Nursing

Web site spotlight: Skepticism and some optimism surround new nurse dramas

Nurse Leader Insider, June 8, 2009

Want to receive articles like this one in your inbox? Subscribe to Nurse Leader Insider!

Two new fictional nurses, “Jackie Peyton” (portrayed in Showtime’s Nurse Jackie) and “Christina Hawthorne” (TNT’s HawthoRNe), will light up TV screens in the next two weeks. In the fall, NBC will introduce “Veronica Callahan” when it premieres the nursing drama Mercy. But how the shows will affect real world nurses has come into question.

“Television shows largely depict physician characters doing the work that nurses do in real life,” says Sandy Summers, RN, MSN, MPH, founder and executive director of The Truth About Nursing, and co-author of Saving Lives: Why the Media’s Portrayal of Nurses Puts Us All at Risk. “Hollywood media shows physicians performing triage, defibrillation, patient education, IV medication administration, providing 24/7 surveillance, and handling complex ICU machinery—this is all exciting, dramatic work of nursing that nurses deserve credit for.”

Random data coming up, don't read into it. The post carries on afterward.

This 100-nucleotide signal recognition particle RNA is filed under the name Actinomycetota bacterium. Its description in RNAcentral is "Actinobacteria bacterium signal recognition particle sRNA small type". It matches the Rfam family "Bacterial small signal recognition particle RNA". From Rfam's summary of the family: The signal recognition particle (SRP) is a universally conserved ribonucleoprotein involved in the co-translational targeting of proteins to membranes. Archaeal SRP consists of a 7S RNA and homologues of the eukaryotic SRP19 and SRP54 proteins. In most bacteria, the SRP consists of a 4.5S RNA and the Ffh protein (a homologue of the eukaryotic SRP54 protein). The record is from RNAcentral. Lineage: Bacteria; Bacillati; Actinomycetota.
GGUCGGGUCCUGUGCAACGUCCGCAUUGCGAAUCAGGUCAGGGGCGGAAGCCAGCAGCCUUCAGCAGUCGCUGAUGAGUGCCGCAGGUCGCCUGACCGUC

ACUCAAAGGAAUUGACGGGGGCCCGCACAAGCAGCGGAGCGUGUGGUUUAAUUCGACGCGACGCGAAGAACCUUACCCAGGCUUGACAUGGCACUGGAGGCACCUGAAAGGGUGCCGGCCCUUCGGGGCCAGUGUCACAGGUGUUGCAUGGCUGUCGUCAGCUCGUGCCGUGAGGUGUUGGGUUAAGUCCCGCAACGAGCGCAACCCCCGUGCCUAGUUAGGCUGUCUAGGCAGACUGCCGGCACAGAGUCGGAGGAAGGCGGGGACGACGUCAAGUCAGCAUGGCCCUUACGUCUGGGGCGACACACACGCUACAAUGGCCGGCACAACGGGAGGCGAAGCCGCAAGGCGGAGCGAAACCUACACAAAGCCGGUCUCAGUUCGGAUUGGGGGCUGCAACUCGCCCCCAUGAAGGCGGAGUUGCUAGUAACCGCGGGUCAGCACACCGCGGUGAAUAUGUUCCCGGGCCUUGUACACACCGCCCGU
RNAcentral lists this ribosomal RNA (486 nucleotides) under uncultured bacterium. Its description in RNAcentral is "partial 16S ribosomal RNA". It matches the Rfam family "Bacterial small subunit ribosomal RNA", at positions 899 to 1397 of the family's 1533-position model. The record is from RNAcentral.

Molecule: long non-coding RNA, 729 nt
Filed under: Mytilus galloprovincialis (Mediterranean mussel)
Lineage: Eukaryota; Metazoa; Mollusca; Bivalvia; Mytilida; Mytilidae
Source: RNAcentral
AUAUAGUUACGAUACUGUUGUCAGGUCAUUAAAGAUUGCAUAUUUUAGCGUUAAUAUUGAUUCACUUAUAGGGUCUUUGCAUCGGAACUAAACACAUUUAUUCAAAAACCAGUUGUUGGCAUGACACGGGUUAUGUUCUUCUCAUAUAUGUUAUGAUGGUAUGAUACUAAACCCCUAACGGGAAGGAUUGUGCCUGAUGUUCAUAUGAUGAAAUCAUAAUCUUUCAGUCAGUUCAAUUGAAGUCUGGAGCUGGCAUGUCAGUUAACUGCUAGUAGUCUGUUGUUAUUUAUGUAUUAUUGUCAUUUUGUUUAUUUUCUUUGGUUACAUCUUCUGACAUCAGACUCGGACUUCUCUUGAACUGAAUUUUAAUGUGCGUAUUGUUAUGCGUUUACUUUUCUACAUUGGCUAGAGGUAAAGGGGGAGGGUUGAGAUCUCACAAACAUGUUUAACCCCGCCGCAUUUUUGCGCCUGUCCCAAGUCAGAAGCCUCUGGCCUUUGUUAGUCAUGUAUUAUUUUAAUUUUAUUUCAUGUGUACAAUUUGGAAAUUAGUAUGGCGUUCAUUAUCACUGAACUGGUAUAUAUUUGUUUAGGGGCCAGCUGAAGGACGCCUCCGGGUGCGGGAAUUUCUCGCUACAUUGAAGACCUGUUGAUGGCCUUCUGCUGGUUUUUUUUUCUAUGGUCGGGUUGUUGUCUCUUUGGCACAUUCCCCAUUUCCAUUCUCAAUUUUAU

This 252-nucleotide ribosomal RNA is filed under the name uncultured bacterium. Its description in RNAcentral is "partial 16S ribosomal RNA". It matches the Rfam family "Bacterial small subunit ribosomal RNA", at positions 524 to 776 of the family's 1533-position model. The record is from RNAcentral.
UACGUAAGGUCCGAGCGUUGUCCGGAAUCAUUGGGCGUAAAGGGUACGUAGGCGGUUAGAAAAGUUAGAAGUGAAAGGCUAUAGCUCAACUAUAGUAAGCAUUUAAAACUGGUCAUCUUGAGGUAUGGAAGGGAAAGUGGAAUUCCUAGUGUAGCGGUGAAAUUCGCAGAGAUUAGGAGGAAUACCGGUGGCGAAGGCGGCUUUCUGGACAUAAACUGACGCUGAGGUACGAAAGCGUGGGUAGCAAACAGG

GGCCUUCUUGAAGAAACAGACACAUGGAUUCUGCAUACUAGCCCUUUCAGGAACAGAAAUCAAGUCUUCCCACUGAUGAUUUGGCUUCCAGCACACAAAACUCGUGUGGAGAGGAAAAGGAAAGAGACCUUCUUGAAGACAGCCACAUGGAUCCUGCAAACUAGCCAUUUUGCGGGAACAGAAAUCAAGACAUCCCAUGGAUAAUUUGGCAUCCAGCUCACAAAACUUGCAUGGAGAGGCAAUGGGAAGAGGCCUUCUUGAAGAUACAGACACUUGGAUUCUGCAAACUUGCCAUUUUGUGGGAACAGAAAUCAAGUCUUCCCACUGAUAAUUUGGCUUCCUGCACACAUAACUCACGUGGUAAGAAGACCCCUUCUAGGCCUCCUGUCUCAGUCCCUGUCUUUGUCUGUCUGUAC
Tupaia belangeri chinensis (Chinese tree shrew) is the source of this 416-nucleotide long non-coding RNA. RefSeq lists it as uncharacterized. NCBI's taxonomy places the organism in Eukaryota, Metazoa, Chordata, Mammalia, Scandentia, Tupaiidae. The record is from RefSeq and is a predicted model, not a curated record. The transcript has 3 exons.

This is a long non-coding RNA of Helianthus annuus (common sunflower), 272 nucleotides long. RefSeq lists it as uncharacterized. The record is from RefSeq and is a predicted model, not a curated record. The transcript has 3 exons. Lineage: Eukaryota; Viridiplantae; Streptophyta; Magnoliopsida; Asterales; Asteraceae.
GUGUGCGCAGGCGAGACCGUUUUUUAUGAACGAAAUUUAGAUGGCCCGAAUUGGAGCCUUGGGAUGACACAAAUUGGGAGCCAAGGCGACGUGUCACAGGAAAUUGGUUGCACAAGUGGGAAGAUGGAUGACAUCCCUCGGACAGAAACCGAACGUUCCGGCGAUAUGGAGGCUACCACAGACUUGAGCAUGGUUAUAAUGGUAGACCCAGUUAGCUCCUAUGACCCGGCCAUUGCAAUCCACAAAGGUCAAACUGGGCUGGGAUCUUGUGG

The debut of Nurse Jackie on June 8 and HawthoRNe on June 16 will bring nurses back in the limelight as the shows’ main characters. It’s been more than 15 years since a nurse-centered TV series (NBC’s Nurses) aired in the U.S., despite the myriad of emerging medical shows.

While Summers is happy nurses are getting more TV exposure, she stresses the damages current dramas have on the profession.

“Career seekers who want to pursue careers with autonomy look elsewhere,” she says. “Who would want the job of nursing as it is portrayed on House or Grey’s Anatomy? Nurses barely exist on those shows, but to the extent they do appear, they are fawning or bitter lackeys—the lowly clean-up crew of healthcare.”

Editor’s note: This excerpt was adapted from the article, “Skepticism and some optimism surround new nurse dramas” featured in The Reading Room on HCPro’s online resource center, www.StrategiesforNurseManagers.com.

Do you need continuing education (CE) credits? Check out this month’s CE article to find out how one health system lowered ventilator-associated pneumonia rates with an eICU or visit our archives and view a compilation of CE articles (marked with an asterisk).



Want to receive articles like this one in your inbox? Subscribe to Nurse Leader Insider!

Most Popular